It brought attention and forced resources from the Department of Health and other agencies to work toward bringing an end to the epidemic, he said. Puerto Rico’s health department poured a lot of money into the effort, along with the Centers for Disease Control and Prevention.
He said it especially helped in getting contraception to women: “The fact is, the more women receive adequate contraception, we have less cases of Zika in pregnancies.” In June, Puerto Rico declared that the epidemic was over.
“We definitely received a benefit from the classification and receiving more funds. There’s no question about it,” de la Vega said. “But the bureaucracy in making those allocation of funds reach us, always comes later than we wish.”
Dr. Leslie Dye, who practices as an addiction medicine provider at Northland Intervention Center in Milford, Ohio, said that an injection of federal funds would help people get the treatment they need. Medicaid generally doesn’t pay for inpatient treatment, she said.
“If there were funds that would allow more inpatient treatment, that would make a huge difference,” she said. “We know it’s a disease. However, it’s still not treated like a disease by many people. I say it’s not a ‘casserole disease’: When someone comes home from rehab, the neighbors aren’t bringing casseroles over.”
Dr. Traci Green, an associate professor of emergency medicine and epidemiology at Brown University, lobbied the Obama administration last year to declare an emergency, saying it would bring “needed focus to a new threat that is claiming thousands of lives.”
She said she hopes Trump will take that step after reading the commission’s recommendations. “As a public health advocate, this is the challenge of my time,” she said.
The commission’s acknowledgment that the nation severely lacks adequate treatment capacity, Green said, was a boon for those on the front lines. She hopes it results in better treatment for those seeking recovery and wanting to come back for followup care.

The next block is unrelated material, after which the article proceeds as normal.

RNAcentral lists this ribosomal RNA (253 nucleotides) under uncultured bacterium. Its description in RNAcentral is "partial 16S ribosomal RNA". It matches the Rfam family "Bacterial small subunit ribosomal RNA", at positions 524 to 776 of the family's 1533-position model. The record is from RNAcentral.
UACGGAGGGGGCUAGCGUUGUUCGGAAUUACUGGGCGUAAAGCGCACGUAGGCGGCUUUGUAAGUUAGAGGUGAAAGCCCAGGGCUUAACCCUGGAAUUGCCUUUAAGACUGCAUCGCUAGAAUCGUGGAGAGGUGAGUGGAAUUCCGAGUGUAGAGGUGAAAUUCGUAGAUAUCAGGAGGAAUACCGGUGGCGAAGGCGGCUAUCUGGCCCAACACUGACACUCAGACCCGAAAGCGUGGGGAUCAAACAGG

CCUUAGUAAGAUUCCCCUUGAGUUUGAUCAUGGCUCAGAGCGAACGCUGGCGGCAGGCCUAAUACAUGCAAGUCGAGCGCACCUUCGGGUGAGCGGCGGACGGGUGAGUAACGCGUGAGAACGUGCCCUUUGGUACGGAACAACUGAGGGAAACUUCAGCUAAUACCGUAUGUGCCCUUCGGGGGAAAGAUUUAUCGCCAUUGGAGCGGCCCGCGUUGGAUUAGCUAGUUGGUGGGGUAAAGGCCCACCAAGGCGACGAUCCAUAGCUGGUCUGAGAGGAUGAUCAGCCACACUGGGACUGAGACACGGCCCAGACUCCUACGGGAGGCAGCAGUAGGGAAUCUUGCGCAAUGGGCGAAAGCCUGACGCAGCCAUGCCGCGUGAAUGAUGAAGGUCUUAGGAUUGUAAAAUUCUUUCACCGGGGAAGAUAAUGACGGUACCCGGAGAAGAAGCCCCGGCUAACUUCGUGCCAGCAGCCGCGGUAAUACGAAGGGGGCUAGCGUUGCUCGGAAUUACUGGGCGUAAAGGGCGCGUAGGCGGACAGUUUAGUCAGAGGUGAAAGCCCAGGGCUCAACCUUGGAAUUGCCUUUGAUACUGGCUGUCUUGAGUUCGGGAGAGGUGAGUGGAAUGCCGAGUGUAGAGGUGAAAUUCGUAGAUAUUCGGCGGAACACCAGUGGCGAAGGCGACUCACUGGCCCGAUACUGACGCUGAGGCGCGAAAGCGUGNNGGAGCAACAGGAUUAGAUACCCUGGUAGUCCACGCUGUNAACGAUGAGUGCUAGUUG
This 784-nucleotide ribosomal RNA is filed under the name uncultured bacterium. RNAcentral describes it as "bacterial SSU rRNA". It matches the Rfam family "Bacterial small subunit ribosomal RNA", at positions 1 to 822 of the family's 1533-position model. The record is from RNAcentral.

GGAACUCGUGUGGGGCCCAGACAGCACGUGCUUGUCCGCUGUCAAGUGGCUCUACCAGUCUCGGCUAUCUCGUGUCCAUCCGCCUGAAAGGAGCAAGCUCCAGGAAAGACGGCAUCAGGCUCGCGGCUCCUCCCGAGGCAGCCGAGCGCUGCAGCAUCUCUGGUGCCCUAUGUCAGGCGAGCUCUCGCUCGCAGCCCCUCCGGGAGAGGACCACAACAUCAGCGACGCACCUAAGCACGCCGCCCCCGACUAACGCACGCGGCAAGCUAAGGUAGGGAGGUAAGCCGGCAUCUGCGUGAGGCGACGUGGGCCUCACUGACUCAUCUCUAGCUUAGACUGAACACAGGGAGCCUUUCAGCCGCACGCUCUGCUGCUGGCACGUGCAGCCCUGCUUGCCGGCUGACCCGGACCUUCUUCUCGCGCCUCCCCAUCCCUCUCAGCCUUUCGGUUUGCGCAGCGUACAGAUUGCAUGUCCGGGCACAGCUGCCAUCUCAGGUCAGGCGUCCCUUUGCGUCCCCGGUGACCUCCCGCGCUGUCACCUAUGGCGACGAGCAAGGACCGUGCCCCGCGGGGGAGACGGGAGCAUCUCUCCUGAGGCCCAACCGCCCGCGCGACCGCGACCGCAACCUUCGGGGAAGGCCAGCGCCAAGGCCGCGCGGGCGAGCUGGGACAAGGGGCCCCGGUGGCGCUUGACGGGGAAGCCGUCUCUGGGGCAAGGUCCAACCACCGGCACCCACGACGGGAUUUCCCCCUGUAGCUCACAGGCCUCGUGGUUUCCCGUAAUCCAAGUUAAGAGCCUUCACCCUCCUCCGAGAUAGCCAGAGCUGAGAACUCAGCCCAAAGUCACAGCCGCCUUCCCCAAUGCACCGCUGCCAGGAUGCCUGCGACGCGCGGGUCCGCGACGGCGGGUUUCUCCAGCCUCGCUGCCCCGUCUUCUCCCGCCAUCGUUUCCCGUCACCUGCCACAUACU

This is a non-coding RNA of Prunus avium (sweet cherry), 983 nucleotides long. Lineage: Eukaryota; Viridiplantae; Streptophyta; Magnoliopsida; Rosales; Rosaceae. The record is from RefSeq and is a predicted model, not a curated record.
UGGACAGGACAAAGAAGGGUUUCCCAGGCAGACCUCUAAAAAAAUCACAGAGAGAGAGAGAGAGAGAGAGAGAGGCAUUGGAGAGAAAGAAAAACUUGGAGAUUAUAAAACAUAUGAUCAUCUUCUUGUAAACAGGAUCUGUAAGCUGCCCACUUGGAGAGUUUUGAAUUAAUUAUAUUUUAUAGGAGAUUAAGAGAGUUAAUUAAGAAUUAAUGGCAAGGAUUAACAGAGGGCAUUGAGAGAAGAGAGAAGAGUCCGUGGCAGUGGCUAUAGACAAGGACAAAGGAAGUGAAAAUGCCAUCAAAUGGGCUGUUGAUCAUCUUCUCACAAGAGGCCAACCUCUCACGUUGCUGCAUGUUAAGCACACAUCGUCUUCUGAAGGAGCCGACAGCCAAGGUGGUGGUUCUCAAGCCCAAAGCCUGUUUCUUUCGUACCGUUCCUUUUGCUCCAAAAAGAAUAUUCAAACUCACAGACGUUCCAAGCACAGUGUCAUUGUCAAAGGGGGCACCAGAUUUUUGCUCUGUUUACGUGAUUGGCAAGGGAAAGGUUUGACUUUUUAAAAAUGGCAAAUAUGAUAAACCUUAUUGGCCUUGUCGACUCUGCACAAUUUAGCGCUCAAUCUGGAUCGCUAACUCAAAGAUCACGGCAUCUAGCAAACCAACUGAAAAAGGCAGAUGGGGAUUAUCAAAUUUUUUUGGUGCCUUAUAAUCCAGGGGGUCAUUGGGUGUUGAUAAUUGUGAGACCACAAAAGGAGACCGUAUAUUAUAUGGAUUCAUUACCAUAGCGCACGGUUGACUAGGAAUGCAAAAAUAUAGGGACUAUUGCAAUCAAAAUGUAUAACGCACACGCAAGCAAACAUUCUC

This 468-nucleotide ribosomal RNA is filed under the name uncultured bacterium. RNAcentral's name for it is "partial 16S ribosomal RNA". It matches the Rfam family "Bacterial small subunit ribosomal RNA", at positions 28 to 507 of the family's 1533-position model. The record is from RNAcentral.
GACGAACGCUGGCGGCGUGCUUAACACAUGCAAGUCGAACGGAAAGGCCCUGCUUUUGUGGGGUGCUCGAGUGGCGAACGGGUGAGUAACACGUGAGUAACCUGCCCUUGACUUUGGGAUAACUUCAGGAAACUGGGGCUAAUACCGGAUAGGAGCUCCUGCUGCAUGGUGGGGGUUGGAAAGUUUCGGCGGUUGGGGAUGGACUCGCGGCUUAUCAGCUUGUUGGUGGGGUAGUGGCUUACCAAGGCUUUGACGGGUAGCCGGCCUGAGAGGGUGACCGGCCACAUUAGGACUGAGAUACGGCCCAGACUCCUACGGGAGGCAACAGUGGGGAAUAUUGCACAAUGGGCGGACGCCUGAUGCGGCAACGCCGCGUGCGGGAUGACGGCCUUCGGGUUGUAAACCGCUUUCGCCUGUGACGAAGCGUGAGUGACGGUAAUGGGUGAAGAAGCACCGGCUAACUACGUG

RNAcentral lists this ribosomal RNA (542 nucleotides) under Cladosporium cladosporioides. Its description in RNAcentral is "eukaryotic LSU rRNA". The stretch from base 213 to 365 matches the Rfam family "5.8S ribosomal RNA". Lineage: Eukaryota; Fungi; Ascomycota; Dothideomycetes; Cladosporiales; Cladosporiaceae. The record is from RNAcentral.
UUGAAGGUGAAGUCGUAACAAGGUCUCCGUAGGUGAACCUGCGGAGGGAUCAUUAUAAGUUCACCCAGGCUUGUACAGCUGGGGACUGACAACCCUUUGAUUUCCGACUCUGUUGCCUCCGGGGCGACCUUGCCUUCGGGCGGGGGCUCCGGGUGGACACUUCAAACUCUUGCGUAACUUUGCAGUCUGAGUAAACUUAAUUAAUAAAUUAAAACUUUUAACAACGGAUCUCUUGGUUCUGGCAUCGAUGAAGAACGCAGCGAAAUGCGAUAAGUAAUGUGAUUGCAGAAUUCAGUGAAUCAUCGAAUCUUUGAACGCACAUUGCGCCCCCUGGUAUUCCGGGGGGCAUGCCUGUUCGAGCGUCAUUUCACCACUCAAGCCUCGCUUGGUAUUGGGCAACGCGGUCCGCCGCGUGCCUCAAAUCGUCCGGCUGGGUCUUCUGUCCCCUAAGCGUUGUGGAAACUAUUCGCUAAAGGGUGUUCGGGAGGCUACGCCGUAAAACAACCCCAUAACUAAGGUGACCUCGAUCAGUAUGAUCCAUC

She said it needs to be a message of “We value you. We value your health. We’re not going to take your kids away. We’re not going to force you into treatment or into jails and prisons.”
But Grant Smith, deputy director of national affairs for the nonpartisan nonprofit Drug Policy Alliance, said he sees mixed messages between what the commission is recommending and the Justice Department’s “incarceration-first approach.”
Attorney General Jeff Sessions this week announced an initiative aimed at fraud related to prescription opioids. “If you are a doctor illegally prescribing opioids for profit or a pharmacist letting these pills walk out the door onto the streets, based on prescriptions you know are obtained under false pretenses, we’re coming after you,” Sessions said in Columbus, Ohio. “We will reverse these devastating trends with every lawful tool we have.”
Trump has yet to comment on the commission’s recommendations. But at a rally Thursday night in West Virginia, he renewed his call for a war on drugs, telling the crowd his administration is “taking the fight to the drug dealers” and that they were liberating “communities from gangs.”
“You have a big problem in West Virginia, and we are going to solve that problem,” Trump said.
Smith wonders, “If the president were to take the recommendation to declare a national emergency, would that be used for good or for ill? Would it be used to prioritize a health-based response, as the commission is recommending, or would it be used to further an agenda that has been exacerbating mass incarceration and escalating the war on drugs?”
Whether the commission’s recommendations collide with the Justice Department’s goals, UC-Berkeley’s Reingold said, “depends on how it’s undertaken.”
If people are fearful of approaching authorities about addiction, he said, “then that could have a negative effect on the types of things we’d like to be doing from a public health and medical perspective.”
Join the conversation
What is needed now, Reingold said, is “trying to increase the speed with which people with overdoses or possible overdoses are identified and getting them appropriate treatment.”
“That is the single most urgent thing,” he said.
In an appearance on CNN, Christie said he hopes Trump heeds the commission’s advice: “We say to the president, you must declare an emergency.”